Mike Myers And Jay Roach Talk Austin Powers 4

While talking with Movie Hole about his upcoming political comedy The Campaign, director Jay Roach revealed that discussions have increased between himself and comedian Mike Myers about bringing Austin Powers back for another psychedelic mission.

Since the 2002 release of Austin Powers In Goldmember, plans to create a third sequel have been publicly teased numerous times. Still only in talks about the possible project, Roach had this short update to offer:

“We’ve talked to Mike about it a few times”, Roach said. “I know it got a little more traction a few months ago but that’s happened from time to time over the years. And we’ve always said if we could find the right thing that makes it earn its way back, we’ll both jump in. Mike really gave me the break of a lifetime drafting me into directing the first film, so whatever he wants, I’m there to help him figure it out.”

With so many franchises being dug up after equally long disappearances, there’s no reason why Austin Powers can’t be added onto that ever-growing list. Director Barry Sonnenfeld rejuvenated his long-lost sci-fi franchise Men In Black, with a successful threequal this past Spring, so who says Roach can’t amass similar results for Austin Powers?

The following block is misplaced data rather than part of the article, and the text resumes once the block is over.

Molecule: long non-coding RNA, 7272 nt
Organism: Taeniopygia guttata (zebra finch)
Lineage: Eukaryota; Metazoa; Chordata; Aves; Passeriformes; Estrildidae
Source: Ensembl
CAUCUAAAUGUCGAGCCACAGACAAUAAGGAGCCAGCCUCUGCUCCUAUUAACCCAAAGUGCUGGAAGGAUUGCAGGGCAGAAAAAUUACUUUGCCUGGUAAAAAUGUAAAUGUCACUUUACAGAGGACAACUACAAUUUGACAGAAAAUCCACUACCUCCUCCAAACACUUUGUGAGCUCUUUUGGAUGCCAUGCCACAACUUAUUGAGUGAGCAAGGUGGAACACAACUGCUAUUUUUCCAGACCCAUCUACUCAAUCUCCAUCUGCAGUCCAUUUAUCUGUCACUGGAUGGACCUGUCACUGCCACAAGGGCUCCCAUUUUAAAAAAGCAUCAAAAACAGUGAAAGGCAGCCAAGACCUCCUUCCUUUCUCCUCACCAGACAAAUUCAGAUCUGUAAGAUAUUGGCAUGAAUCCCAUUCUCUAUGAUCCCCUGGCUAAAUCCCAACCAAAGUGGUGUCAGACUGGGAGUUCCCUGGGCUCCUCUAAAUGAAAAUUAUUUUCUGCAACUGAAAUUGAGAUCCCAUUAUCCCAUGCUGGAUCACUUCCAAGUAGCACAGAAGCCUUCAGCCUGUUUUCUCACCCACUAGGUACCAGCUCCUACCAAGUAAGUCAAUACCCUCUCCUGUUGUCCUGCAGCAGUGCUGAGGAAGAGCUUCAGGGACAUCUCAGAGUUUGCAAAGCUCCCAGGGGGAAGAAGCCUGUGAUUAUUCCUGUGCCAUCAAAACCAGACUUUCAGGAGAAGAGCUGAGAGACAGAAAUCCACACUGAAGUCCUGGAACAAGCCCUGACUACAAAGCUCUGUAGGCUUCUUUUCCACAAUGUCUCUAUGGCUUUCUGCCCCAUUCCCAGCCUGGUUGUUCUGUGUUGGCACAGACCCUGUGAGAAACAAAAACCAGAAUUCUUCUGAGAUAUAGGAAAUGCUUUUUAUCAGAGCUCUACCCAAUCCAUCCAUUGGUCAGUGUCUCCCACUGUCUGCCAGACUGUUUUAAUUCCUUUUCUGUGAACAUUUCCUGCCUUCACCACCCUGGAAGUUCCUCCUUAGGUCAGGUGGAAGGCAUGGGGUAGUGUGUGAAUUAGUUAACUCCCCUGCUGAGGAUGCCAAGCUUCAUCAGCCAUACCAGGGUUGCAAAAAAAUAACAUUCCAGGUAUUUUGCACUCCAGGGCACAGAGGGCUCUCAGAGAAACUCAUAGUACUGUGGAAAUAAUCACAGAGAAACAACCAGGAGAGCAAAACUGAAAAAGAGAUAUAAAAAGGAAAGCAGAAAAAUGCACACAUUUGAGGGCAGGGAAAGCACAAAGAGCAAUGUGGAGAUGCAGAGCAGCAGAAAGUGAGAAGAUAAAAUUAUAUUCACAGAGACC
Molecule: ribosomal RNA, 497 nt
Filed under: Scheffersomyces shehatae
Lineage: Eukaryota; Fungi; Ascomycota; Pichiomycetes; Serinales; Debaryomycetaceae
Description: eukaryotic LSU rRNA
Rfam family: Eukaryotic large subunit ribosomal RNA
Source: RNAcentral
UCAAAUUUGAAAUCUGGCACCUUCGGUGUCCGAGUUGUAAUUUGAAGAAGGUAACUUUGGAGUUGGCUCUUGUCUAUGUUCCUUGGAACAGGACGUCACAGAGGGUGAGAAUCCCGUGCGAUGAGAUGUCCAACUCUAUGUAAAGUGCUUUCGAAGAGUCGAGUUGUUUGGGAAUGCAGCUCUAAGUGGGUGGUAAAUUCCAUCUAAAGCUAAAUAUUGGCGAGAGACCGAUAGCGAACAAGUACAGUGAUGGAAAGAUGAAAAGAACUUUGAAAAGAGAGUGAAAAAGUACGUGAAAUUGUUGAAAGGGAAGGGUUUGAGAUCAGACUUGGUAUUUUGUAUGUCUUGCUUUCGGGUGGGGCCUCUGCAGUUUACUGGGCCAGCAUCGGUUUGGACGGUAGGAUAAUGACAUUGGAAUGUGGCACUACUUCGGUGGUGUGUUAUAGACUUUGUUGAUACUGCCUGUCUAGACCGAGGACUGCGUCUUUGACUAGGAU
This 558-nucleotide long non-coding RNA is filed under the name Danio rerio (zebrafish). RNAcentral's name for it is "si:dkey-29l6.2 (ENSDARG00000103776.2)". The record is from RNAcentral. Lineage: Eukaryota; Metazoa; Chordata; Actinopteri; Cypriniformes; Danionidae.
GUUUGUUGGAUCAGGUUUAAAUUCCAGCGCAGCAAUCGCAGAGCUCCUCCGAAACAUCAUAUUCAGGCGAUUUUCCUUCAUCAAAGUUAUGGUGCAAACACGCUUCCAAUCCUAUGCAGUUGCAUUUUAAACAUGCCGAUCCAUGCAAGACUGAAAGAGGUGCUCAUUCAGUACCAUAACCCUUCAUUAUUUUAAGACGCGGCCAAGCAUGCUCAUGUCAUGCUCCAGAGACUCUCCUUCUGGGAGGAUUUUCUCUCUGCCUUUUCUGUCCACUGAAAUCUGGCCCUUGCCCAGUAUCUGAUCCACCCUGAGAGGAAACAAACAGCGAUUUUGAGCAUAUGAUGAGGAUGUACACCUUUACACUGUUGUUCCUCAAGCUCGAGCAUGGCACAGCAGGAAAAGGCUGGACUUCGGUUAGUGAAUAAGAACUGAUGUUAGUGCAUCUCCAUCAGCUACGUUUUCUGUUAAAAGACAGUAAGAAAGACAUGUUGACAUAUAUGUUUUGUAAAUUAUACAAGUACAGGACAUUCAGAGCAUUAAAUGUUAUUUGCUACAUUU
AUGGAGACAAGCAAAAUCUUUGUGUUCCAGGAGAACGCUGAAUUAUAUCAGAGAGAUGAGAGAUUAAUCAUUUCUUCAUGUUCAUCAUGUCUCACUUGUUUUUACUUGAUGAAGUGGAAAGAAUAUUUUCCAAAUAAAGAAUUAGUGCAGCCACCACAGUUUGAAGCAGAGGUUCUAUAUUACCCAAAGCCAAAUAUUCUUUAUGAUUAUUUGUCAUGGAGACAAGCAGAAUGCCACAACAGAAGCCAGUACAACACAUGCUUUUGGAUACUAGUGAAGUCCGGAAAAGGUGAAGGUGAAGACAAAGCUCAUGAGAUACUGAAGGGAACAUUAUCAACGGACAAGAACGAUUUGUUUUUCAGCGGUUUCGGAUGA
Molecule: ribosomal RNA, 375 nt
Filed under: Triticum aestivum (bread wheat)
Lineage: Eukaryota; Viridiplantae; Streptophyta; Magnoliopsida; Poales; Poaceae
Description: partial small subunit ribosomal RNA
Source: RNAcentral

From the sound of things, neither Myers nor Roach want to move forward without grade A material, which comes as pleasant news for long time fans. Austin Powers showcases some of Myers’ funniest work to date, spawning entertaining sequels without losing original laughs and trademark silliness. I say enough time has passed for Austin, Dr. Evil, Mini-Me, Fat Bastard, and the rest to gear up for another adventure filled with potty humor and cheeky innuendoes, don’t you?

The future of our beloved British spy dangles solely in Mike Myers‘ hands, as he waits for the perfect opportunity to unleash his mojo at least one more time.

The only question is, will Austin Powers still be relevant over 10 years after his last appearance, given Myers’ approval? Or will his immature brand of comedy be lost on a new generation of moviegoers?